India-European Union boost strategic partnership as free trade talks flounder

Progress was made in bilateral cooperation in other fields — from foreign policy to counterterrorism and outer space

The 13th India-EU Summit concluded in Brussels without a consensus on a bilateral free trade deal known as the BTIA (Broadbased Trade and Investment Agreement) even as progress was made in bilateral cooperation in other fields — from foreign policy to outer space.

The talks, which ended late Wednesday, were a culmination of efforts to kick-start a relationship that has been flagging for at least four years. The very fact that they occurred made them significant.

While both the parties failed to set a date for the next round of trade talks, Tomasz Kozlowski, EU Ambassador to India, told The Hindu that the discussions on trade involved an expression of ambitions and degrees of flexibility from both sides. “[The] EU and India will continue discussions on a possible FTA at a high-level,” Mr. Kozlowski said.

India has been pushing for opening European markets for its services sector and the movement of people to deliver those services while the EU has been keen on reducing or abolishing tariffs in several sectors, including in the automobile and wine and spirits sectors. The Brussels meetings evidently did not see the closing of gaps between the two sides.

“Overall, the most important thing is that the Summit put our strategic partnership back on track,” Mr. Kozlowski said in response to a question on the single most important achievement. “We really needed a strong political push and an expression of strong political commitment from both sides to define the main directions of our relations and to decide what fields of cooperation are most interesting for both sides and the most promising.”

The fields of cooperation are many, and defined by the EU-India Agenda for Action-2020, which Prime Minister Narendra Modi and the presidents of the European Council and European Commission endorsed. The sectors of partnership range from foreign policy, counter terrorism and disarmament to transport and space. While at least six agenda documents and declarations were issued by the EU on their website, the extent to which they will be acted upon and not share the current fate of the BTIA, remains to be seen.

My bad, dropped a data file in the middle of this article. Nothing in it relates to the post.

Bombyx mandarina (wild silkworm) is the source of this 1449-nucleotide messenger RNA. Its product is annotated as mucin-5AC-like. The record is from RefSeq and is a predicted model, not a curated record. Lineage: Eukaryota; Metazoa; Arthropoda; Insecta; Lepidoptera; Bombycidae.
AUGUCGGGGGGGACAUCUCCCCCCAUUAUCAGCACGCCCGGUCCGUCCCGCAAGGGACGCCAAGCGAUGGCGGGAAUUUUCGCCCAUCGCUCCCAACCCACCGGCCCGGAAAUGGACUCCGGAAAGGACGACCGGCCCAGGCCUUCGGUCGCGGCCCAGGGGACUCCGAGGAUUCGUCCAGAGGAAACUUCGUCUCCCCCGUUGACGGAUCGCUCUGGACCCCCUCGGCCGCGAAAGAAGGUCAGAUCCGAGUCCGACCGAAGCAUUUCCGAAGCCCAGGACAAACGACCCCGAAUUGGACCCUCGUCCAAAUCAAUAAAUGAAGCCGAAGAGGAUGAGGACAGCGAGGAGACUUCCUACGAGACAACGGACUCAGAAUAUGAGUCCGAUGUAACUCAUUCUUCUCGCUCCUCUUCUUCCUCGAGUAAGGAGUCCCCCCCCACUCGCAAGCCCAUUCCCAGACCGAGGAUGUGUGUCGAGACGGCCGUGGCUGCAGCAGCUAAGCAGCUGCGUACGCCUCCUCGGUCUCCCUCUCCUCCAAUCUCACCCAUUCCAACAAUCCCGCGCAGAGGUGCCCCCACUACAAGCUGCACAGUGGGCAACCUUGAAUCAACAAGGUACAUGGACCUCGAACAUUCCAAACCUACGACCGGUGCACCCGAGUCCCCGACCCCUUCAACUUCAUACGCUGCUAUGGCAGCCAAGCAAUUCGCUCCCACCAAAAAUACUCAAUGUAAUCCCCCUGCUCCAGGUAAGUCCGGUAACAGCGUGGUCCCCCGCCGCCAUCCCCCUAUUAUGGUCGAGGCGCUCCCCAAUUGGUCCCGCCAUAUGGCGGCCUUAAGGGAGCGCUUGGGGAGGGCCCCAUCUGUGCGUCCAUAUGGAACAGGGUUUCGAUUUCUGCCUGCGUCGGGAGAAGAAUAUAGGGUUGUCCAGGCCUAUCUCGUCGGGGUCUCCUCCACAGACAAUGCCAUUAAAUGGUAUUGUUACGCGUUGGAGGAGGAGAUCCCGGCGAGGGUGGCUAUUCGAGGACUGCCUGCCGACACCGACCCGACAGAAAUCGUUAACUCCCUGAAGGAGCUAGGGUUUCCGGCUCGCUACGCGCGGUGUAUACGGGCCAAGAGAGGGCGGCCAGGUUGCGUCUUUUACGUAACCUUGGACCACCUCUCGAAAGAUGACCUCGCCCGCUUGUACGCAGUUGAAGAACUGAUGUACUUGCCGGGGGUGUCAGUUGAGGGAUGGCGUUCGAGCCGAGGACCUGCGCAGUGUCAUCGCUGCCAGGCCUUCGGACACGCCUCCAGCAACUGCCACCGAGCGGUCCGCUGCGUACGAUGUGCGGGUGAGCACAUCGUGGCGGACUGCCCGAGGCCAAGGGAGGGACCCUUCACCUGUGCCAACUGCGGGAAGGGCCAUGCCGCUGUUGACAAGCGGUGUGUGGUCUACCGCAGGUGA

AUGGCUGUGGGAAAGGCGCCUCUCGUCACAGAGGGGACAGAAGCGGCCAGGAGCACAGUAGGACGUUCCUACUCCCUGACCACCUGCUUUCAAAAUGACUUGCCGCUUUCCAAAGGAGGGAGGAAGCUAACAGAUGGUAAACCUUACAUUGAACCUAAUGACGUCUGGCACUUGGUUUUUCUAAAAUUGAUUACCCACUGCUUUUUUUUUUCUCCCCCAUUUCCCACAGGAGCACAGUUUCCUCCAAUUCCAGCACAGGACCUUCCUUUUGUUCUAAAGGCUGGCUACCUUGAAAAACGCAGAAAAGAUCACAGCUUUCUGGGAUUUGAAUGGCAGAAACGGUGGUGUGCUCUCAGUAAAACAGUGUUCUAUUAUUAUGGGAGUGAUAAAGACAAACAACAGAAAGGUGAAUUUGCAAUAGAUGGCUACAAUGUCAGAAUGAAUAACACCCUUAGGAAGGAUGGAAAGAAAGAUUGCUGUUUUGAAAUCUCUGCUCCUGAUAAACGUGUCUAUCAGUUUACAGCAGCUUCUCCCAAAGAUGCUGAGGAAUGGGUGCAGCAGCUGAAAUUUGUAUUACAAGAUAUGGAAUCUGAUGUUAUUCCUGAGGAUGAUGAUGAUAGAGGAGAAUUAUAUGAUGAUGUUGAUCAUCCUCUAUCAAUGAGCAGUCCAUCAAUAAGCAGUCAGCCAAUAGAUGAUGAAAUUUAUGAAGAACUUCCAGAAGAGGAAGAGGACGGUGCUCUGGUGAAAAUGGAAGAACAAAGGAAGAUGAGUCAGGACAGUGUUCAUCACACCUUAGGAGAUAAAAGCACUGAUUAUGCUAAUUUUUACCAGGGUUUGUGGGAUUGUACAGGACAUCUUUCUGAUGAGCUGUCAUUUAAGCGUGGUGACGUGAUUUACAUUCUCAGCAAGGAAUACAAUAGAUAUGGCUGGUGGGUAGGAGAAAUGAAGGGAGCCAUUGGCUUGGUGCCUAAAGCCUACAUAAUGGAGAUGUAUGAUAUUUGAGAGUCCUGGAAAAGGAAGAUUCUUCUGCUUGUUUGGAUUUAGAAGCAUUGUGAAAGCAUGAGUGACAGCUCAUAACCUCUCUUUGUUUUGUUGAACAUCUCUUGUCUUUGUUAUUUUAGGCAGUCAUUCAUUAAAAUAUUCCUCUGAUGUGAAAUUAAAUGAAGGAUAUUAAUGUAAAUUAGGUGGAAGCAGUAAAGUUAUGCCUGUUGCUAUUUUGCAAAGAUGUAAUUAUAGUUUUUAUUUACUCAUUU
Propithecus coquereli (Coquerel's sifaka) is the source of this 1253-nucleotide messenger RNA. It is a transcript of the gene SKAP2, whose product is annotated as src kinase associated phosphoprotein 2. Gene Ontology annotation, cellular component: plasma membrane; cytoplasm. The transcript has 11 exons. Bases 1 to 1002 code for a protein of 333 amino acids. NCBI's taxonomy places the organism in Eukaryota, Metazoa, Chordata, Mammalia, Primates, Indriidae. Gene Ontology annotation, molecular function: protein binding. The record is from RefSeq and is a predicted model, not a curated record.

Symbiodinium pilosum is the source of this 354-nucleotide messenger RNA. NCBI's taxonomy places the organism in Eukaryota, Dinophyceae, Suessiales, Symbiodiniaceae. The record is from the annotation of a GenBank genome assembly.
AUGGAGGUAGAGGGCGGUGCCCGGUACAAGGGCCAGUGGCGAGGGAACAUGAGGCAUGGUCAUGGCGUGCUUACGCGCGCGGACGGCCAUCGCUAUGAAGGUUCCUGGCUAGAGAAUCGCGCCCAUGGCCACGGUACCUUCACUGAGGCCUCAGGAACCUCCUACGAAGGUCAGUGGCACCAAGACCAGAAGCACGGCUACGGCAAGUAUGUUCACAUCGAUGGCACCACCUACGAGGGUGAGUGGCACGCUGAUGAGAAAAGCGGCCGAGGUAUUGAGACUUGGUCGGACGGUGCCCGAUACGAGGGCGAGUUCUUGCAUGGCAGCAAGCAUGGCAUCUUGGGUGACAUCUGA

There was some promise of action that would be taken in areas such as water, climate and energy, with the adoption of joint declarations on the India-EU Water Partnership and a Clean Energy and Climate Partnership.

Government-to-government and business-to-business level meetings to exchange best practices in these areas, including deadlines for setting the work programmes in some instances, have been agreed. The cost of these programs will be borne by the parties that incur them. India is no longer eligible for development assistance from the EU. However, India will still have access to concessional loans from the European Investment Bank (EIB). India and the EIB signed the first tranche of a Euro 450-million-loan at the Summit towards the construction of a metro rail line planned in Lucknow.

The joint declarations and Agenda for Action suggest that the EU has specifically courted Mr. Modi on several of his pet projects including the ‘Clean India’ initiative and the ‘Ganga Rejuvenation Initiative,’ where the EU will help in developing a solution to clean up the river as well as developing legal and governance frameworks for managing the basin.

The two sides agreed to cooperate in countering violent extremism, disrupt recruitment of terrorists and prevent the free passage of foreign fighters in a joint declaration on counter terrorism, which also called for the early adoption of the Comprehensive Convention on International Terrorism in the UN. They have also agreed to explore the possibility of India and EUROPOL, the EU’s law enforcement agency, to share intelligence.

The Common Agenda on Migration and Mobility (CAMM), which was also adopted, is designed to control and organize migration – a pressing concern for the EU. Significantly for the EU, the Agenda for Action includes items on facilitating the return of irregular migrants and the possibility of exploring a ‘Readmission Agreement’ — returning visa over-stayers to their home countries.

The Agenda also includes the prevention of human trafficking and promoting international protection as priority areas. Points of special interest to India on the agenda are likely to be easier visa procedures for skilled workers, IT professionals, and business travellers. For now, the CAMM is a political declaration and not a legal agreement.

Regarding ‘sensitive issues’ that were to be discussed at the summit, both parties have officially expressed their confidence in the legal processes of the Permanent Court of Arbitration, where the case of the Italian marines, Massimiliano Latorre and Salvatore Girone, is currently being heard. The EU also expressed a swift solution, “through due process of law” in the case of MV Seaman Guard Ohio, where 14 Estonians and six Britons were arrested in 2013 and sentenced in India.

India, EU and human rights

One of the ostensible reasons for stalled talks between the European Union (EU) and India had been the EU’s concern over human right violations in India. Several Members of the European Parliament (MEP) have, in the past, expressed concerns in this regard, Geoffrey van Orden, Tory MEP from the East of England told The Hindu.

A recent letter from Human Rights Watch, an international NGO, to the EU leadership brings up issues of NGO harassment and the overlooking of rights of marginal groups in development projects in India in the context of the India EU Summit. A joint statement from India and the EU yesterday reiterates the importance that both countries officially accord human rights and the rights of women. In response to a question on where the EU stood on human rights in India and holding talks, Mr. Kozlowski said: “Human rights are very high on the EU agenda and we have such interaction with India as well. We are not going to teach anybody. We are going to discuss issues, consult each other.”